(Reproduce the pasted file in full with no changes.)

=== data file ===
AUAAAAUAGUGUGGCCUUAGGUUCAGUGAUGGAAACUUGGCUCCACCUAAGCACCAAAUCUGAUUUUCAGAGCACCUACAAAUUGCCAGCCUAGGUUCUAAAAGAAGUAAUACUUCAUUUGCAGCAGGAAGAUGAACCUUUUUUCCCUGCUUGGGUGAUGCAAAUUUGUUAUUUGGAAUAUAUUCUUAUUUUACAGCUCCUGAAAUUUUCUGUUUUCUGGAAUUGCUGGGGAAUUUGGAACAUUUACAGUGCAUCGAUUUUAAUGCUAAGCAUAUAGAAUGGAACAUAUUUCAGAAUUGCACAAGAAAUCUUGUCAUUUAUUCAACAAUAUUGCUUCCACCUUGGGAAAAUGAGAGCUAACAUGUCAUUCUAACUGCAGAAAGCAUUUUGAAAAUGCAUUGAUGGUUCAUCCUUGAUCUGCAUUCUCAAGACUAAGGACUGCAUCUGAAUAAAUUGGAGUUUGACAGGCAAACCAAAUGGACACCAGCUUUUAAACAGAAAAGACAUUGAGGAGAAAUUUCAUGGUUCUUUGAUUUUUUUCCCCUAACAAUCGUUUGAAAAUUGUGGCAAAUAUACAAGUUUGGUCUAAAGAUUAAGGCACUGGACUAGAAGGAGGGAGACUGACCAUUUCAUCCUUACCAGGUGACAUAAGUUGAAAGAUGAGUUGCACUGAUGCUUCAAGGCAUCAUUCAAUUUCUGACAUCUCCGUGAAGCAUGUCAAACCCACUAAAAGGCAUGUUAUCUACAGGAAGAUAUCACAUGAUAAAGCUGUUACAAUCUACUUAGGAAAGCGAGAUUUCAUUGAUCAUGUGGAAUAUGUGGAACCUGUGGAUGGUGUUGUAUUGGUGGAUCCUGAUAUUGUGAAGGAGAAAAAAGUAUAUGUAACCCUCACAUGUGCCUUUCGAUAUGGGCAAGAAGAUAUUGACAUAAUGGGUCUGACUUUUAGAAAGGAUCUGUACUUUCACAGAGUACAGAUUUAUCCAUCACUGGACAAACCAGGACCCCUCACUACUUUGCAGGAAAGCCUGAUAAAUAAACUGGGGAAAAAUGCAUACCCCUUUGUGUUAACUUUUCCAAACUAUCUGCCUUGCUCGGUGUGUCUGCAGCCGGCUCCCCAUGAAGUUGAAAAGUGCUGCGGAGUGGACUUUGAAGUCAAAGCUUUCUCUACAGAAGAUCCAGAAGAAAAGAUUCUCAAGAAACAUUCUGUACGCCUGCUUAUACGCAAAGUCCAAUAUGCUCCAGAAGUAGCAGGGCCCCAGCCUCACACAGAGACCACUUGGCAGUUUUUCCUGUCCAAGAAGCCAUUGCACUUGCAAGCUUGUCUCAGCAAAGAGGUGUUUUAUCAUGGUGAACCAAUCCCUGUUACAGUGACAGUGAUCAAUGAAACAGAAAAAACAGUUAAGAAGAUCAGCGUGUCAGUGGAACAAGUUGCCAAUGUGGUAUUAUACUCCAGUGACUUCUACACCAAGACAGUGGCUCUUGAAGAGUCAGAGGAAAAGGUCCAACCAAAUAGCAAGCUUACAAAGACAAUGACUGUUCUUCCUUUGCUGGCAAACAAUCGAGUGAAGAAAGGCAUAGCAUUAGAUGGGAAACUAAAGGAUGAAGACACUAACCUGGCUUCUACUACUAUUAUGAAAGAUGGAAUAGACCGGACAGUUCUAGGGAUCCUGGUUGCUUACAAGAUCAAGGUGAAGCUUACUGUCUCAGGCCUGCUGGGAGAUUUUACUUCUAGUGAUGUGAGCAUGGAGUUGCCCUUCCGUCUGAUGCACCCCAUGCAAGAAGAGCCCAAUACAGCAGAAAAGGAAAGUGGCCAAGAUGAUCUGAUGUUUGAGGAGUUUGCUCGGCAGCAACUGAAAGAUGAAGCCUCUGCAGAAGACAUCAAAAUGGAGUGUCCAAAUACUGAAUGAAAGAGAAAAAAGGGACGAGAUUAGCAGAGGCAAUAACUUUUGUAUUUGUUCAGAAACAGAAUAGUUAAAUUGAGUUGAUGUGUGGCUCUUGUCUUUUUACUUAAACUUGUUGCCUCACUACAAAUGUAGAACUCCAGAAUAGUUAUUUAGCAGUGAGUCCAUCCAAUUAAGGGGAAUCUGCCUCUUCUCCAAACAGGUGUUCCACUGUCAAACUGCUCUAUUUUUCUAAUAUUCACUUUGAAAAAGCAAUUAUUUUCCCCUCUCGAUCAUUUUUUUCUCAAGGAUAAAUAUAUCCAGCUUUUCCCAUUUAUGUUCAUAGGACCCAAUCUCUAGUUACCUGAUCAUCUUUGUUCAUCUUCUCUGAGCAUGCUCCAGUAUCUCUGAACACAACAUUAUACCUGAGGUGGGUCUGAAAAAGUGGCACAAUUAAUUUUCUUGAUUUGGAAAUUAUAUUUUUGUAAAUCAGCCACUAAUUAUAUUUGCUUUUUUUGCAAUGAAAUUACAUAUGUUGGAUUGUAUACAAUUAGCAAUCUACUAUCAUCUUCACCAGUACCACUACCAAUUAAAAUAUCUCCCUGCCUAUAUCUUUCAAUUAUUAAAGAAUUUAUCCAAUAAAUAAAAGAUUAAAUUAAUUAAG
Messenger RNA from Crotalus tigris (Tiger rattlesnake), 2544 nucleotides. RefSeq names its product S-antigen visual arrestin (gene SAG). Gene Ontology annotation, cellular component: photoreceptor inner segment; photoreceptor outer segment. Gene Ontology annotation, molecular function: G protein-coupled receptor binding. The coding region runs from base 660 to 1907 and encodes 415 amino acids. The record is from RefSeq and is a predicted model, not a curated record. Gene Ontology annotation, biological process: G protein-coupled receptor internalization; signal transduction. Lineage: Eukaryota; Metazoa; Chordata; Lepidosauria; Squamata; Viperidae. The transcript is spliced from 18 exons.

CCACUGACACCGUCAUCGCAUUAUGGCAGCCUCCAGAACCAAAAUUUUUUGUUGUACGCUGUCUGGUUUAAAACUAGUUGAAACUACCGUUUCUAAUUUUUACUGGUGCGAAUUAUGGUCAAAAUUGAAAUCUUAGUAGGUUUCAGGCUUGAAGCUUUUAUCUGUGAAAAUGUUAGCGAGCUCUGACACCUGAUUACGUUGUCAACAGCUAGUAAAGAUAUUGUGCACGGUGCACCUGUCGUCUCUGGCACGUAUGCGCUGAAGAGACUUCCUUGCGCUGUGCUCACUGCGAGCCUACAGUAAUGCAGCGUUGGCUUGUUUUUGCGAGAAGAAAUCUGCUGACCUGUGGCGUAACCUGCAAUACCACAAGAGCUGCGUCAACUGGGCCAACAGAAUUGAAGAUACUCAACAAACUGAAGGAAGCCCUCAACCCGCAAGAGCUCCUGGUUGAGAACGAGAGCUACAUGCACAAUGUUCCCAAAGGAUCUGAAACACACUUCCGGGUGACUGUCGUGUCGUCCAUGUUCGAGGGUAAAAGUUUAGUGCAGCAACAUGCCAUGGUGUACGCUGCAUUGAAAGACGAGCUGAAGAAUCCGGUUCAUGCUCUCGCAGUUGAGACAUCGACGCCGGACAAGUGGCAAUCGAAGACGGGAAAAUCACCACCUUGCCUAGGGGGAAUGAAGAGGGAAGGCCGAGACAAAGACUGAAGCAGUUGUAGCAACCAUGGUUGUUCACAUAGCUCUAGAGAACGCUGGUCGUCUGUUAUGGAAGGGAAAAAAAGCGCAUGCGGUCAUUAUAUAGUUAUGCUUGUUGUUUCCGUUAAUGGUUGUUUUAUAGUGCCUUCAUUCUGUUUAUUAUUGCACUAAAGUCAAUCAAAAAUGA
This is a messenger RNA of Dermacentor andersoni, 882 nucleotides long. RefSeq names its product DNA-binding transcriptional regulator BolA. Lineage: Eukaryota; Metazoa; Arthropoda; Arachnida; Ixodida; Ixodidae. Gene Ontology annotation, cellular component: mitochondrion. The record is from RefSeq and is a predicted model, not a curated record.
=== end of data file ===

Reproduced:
AUAAAAUAGUGUGGCCUUAGGUUCAGUGAUGGAAACUUGGCUCCACCUAAGCACCAAAUCUGAUUUUCAGAGCACCUACAAAUUGCCAGCCUAGGUUCUAAAAGAAGUAAUACUUCAUUUGCAGCAGGAAGAUGAACCUUUUUUCCCUGCUUGGGUGAUGCAAAUUUGUUAUUUGGAAUAUAUUCUUAUUUUACAGCUCCUGAAAUUUUCUGUUUUCUGGAAUUGCUGGGGAAUUUGGAACAUUUACAGUGCAUCGAUUUUAAUGCUAAGCAUAUAGAAUGGAACAUAUUUCAGAAUUGCACAAGAAAUCUUGUCAUUUAUUCAACAAUAUUGCUUCCACCUUGGGAAAAUGAGAGCUAACAUGUCAUUCUAACUGCAGAAAGCAUUUUGAAAAUGCAUUGAUGGUUCAUCCUUGAUCUGCAUUCUCAAGACUAAGGACUGCAUCUGAAUAAAUUGGAGUUUGACAGGCAAACCAAAUGGACACCAGCUUUUAAACAGAAAAGACAUUGAGGAGAAAUUUCAUGGUUCUUUGAUUUUUUUCCCCUAACAAUCGUUUGAAAAUUGUGGCAAAUAUACAAGUUUGGUCUAAAGAUUAAGGCACUGGACUAGAAGGAGGGAGACUGACCAUUUCAUCCUUACCAGGUGACAUAAGUUGAAAGAUGAGUUGCACUGAUGCUUCAAGGCAUCAUUCAAUUUCUGACAUCUCCGUGAAGCAUGUCAAACCCACUAAAAGGCAUGUUAUCUACAGGAAGAUAUCACAUGAUAAAGCUGUUACAAUCUACUUAGGAAAGCGAGAUUUCAUUGAUCAUGUGGAAUAUGUGGAACCUGUGGAUGGUGUUGUAUUGGUGGAUCCUGAUAUUGUGAAGGAGAAAAAAGUAUAUGUAACCCUCACAUGUGCCUUUCGAUAUGGGCAAGAAGAUAUUGACAUAAUGGGUCUGACUUUUAGAAAGGAUCUGUACUUUCACAGAGUACAGAUUUAUCCAUCACUGGACAAACCAGGACCCCUCACUACUUUGCAGGAAAGCCUGAUAAAUAAACUGGGGAAAAAUGCAUACCCCUUUGUGUUAACUUUUCCAAACUAUCUGCCUUGCUCGGUGUGUCUGCAGCCGGCUCCCCAUGAAGUUGAAAAGUGCUGCGGAGUGGACUUUGAAGUCAAAGCUUUCUCUACAGAAGAUCCAGAAGAAAAGAUUCUCAAGAAACAUUCUGUACGCCUGCUUAUACGCAAAGUCCAAUAUGCUCCAGAAGUAGCAGGGCCCCAGCCUCACACAGAGACCACUUGGCAGUUUUUCCUGUCCAAGAAGCCAUUGCACUUGCAAGCUUGUCUCAGCAAAGAGGUGUUUUAUCAUGGUGAACCAAUCCCUGUUACAGUGACAGUGAUCAAUGAAACAGAAAAAACAGUUAAGAAGAUCAGCGUGUCAGUGGAACAAGUUGCCAAUGUGGUAUUAUACUCCAGUGACUUCUACACCAAGACAGUGGCUCUUGAAGAGUCAGAGGAAAAGGUCCAACCAAAUAGCAAGCUUACAAAGACAAUGACUGUUCUUCCUUUGCUGGCAAACAAUCGAGUGAAGAAAGGCAUAGCAUUAGAUGGGAAACUAAAGGAUGAAGACACUAACCUGGCUUCUACUACUAUUAUGAAAGAUGGAAUAGACCGGACAGUUCUAGGGAUCCUGGUUGCUUACAAGAUCAAGGUGAAGCUUACUGUCUCAGGCCUGCUGGGAGAUUUUACUUCUAGUGAUGUGAGCAUGGAGUUGCCCUUCCGUCUGAUGCACCCCAUGCAAGAAGAGCCCAAUACAGCAGAAAAGGAAAGUGGCCAAGAUGAUCUGAUGUUUGAGGAGUUUGCUCGGCAGCAACUGAAAGAUGAAGCCUCUGCAGAAGACAUCAAAAUGGAGUGUCCAAAUACUGAAUGAAAGAGAAAAAAGGGACGAGAUUAGCAGAGGCAAUAACUUUUGUAUUUGUUCAGAAACAGAAUAGUUAAAUUGAGUUGAUGUGUGGCUCUUGUCUUUUUACUUAAACUUGUUGCCUCACUACAAAUGUAGAACUCCAGAAUAGUUAUUUAGCAGUGAGUCCAUCCAAUUAAGGGGAAUCUGCCUCUUCUCCAAACAGGUGUUCCACUGUCAAACUGCUCUAUUUUUCUAAUAUUCACUUUGAAAAAGCAAUUAUUUUCCCCUCUCGAUCAUUUUUUUCUCAAGGAUAAAUAUAUCCAGCUUUUCCCAUUUAUGUUCAUAGGACCCAAUCUCUAGUUACCUGAUCAUCUUUGUUCAUCUUCUCUGAGCAUGCUCCAGUAUCUCUGAACACAACAUUAUACCUGAGGUGGGUCUGAAAAAGUGGCACAAUUAAUUUUCUUGAUUUGGAAAUUAUAUUUUUGUAAAUCAGCCACUAAUUAUAUUUGCUUUUUUUGCAAUGAAAUUACAUAUGUUGGAUUGUAUACAAUUAGCAAUCUACUAUCAUCUUCACCAGUACCACUACCAAUUAAAAUAUCUCCCUGCCUAUAUCUUUCAAUUAUUAAAGAAUUUAUCCAAUAAAUAAAAGAUUAAAUUAAUUAAG
Messenger RNA from Crotalus tigris (Tiger rattlesnake), 2544 nucleotides. RefSeq names its product S-antigen visual arrestin (gene SAG). Gene Ontology annotation, cellular component: photoreceptor inner segment; photoreceptor outer segment. Gene Ontology annotation, molecular function: G protein-coupled receptor binding. The coding region runs from base 660 to 1907 and encodes 415 amino acids. The record is from RefSeq and is a predicted model, not a curated record. Gene Ontology annotation, biological process: G protein-coupled receptor internalization; signal transduction. Lineage: Eukaryota; Metazoa; Chordata; Lepidosauria; Squamata; Viperidae. The transcript is spliced from 18 exons.

CCACUGACACCGUCAUCGCAUUAUGGCAGCCUCCAGAACCAAAAUUUUUUGUUGUACGCUGUCUGGUUUAAAACUAGUUGAAACUACCGUUUCUAAUUUUUACUGGUGCGAAUUAUGGUCAAAAUUGAAAUCUUAGUAGGUUUCAGGCUUGAAGCUUUUAUCUGUGAAAAUGUUAGCGAGCUCUGACACCUGAUUACGUUGUCAACAGCUAGUAAAGAUAUUGUGCACGGUGCACCUGUCGUCUCUGGCACGUAUGCGCUGAAGAGACUUCCUUGCGCUGUGCUCACUGCGAGCCUACAGUAAUGCAGCGUUGGCUUGUUUUUGCGAGAAGAAAUCUGCUGACCUGUGGCGUAACCUGCAAUACCACAAGAGCUGCGUCAACUGGGCCAACAGAAUUGAAGAUACUCAACAAACUGAAGGAAGCCCUCAACCCGCAAGAGCUCCUGGUUGAGAACGAGAGCUACAUGCACAAUGUUCCCAAAGGAUCUGAAACACACUUCCGGGUGACUGUCGUGUCGUCCAUGUUCGAGGGUAAAAGUUUAGUGCAGCAACAUGCCAUGGUGUACGCUGCAUUGAAAGACGAGCUGAAGAAUCCGGUUCAUGCUCUCGCAGUUGAGACAUCGACGCCGGACAAGUGGCAAUCGAAGACGGGAAAAUCACCACCUUGCCUAGGGGGAAUGAAGAGGGAAGGCCGAGACAAAGACUGAAGCAGUUGUAGCAACCAUGGUUGUUCACAUAGCUCUAGAGAACGCUGGUCGUCUGUUAUGGAAGGGAAAAAAAGCGCAUGCGGUCAUUAUAUAGUUAUGCUUGUUGUUUCCGUUAAUGGUUGUUUUAUAGUGCCUUCAUUCUGUUUAUUAUUGCACUAAAGUCAAUCAAAAAUGA
This is a messenger RNA of Dermacentor andersoni, 882 nucleotides long. RefSeq names its product DNA-binding transcriptional regulator BolA. Lineage: Eukaryota; Metazoa; Arthropoda; Arachnida; Ixodida; Ixodidae. Gene Ontology annotation, cellular component: mitochondrion. The record is from RefSeq and is a predicted model, not a curated record.